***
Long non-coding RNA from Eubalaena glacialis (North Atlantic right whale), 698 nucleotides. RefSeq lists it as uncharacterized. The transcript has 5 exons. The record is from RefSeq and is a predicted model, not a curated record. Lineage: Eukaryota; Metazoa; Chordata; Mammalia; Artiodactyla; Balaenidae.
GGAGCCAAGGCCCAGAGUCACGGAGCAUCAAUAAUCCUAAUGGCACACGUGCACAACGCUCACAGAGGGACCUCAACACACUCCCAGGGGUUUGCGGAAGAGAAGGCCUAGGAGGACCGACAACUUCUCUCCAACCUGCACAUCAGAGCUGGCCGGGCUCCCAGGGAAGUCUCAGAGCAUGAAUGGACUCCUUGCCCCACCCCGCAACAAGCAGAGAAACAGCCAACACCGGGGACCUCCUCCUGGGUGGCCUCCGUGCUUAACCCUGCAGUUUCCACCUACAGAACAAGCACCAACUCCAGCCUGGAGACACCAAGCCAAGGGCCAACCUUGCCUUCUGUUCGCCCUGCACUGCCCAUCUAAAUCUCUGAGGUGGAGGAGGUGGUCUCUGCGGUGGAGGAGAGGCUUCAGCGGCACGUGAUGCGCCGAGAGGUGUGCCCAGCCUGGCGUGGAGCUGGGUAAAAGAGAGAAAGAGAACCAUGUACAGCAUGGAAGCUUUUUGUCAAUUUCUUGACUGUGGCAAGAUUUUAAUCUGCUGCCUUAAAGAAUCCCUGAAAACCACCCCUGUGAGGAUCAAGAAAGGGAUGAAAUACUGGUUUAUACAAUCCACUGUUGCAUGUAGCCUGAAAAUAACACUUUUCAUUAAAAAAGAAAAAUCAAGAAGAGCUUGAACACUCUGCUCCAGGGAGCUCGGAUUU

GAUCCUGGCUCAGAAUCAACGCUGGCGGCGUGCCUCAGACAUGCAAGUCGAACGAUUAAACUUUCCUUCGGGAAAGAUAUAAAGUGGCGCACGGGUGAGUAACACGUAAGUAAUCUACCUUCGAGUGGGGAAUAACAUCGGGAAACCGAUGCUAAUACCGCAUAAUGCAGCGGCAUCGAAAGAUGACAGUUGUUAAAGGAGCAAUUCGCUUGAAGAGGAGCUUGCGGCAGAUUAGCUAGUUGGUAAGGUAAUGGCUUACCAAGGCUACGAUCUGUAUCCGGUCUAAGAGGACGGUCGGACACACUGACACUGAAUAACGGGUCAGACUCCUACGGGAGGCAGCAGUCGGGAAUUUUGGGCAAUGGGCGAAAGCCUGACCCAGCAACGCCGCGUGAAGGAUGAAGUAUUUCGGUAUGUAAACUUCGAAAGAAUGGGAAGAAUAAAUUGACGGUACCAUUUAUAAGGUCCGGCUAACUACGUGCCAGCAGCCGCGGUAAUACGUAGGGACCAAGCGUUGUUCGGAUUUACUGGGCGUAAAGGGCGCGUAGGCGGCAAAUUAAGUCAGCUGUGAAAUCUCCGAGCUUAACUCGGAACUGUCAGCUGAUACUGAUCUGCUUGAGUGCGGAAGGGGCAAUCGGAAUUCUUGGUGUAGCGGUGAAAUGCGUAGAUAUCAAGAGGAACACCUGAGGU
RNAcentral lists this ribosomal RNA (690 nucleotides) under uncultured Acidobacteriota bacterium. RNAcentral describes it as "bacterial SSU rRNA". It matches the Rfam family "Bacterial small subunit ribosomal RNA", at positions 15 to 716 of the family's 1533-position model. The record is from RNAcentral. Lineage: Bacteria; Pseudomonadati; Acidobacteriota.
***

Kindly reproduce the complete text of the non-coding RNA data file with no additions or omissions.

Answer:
Long non-coding RNA from Eubalaena glacialis (North Atlantic right whale), 698 nucleotides. RefSeq lists it as uncharacterized. The transcript has 5 exons. The record is from RefSeq and is a predicted model, not a curated record. Lineage: Eukaryota; Metazoa; Chordata; Mammalia; Artiodactyla; Balaenidae.
GGAGCCAAGGCCCAGAGUCACGGAGCAUCAAUAAUCCUAAUGGCACACGUGCACAACGCUCACAGAGGGACCUCAACACACUCCCAGGGGUUUGCGGAAGAGAAGGCCUAGGAGGACCGACAACUUCUCUCCAACCUGCACAUCAGAGCUGGCCGGGCUCCCAGGGAAGUCUCAGAGCAUGAAUGGACUCCUUGCCCCACCCCGCAACAAGCAGAGAAACAGCCAACACCGGGGACCUCCUCCUGGGUGGCCUCCGUGCUUAACCCUGCAGUUUCCACCUACAGAACAAGCACCAACUCCAGCCUGGAGACACCAAGCCAAGGGCCAACCUUGCCUUCUGUUCGCCCUGCACUGCCCAUCUAAAUCUCUGAGGUGGAGGAGGUGGUCUCUGCGGUGGAGGAGAGGCUUCAGCGGCACGUGAUGCGCCGAGAGGUGUGCCCAGCCUGGCGUGGAGCUGGGUAAAAGAGAGAAAGAGAACCAUGUACAGCAUGGAAGCUUUUUGUCAAUUUCUUGACUGUGGCAAGAUUUUAAUCUGCUGCCUUAAAGAAUCCCUGAAAACCACCCCUGUGAGGAUCAAGAAAGGGAUGAAAUACUGGUUUAUACAAUCCACUGUUGCAUGUAGCCUGAAAAUAACACUUUUCAUUAAAAAAGAAAAAUCAAGAAGAGCUUGAACACUCUGCUCCAGGGAGCUCGGAUUU

GAUCCUGGCUCAGAAUCAACGCUGGCGGCGUGCCUCAGACAUGCAAGUCGAACGAUUAAACUUUCCUUCGGGAAAGAUAUAAAGUGGCGCACGGGUGAGUAACACGUAAGUAAUCUACCUUCGAGUGGGGAAUAACAUCGGGAAACCGAUGCUAAUACCGCAUAAUGCAGCGGCAUCGAAAGAUGACAGUUGUUAAAGGAGCAAUUCGCUUGAAGAGGAGCUUGCGGCAGAUUAGCUAGUUGGUAAGGUAAUGGCUUACCAAGGCUACGAUCUGUAUCCGGUCUAAGAGGACGGUCGGACACACUGACACUGAAUAACGGGUCAGACUCCUACGGGAGGCAGCAGUCGGGAAUUUUGGGCAAUGGGCGAAAGCCUGACCCAGCAACGCCGCGUGAAGGAUGAAGUAUUUCGGUAUGUAAACUUCGAAAGAAUGGGAAGAAUAAAUUGACGGUACCAUUUAUAAGGUCCGGCUAACUACGUGCCAGCAGCCGCGGUAAUACGUAGGGACCAAGCGUUGUUCGGAUUUACUGGGCGUAAAGGGCGCGUAGGCGGCAAAUUAAGUCAGCUGUGAAAUCUCCGAGCUUAACUCGGAACUGUCAGCUGAUACUGAUCUGCUUGAGUGCGGAAGGGGCAAUCGGAAUUCUUGGUGUAGCGGUGAAAUGCGUAGAUAUCAAGAGGAACACCUGAGGU
RNAcentral lists this ribosomal RNA (690 nucleotides) under uncultured Acidobacteriota bacterium. RNAcentral describes it as "bacterial SSU rRNA". It matches the Rfam family "Bacterial small subunit ribosomal RNA", at positions 15 to 716 of the family's 1533-position model. The record is from RNAcentral. Lineage: Bacteria; Pseudomonadati; Acidobacteriota.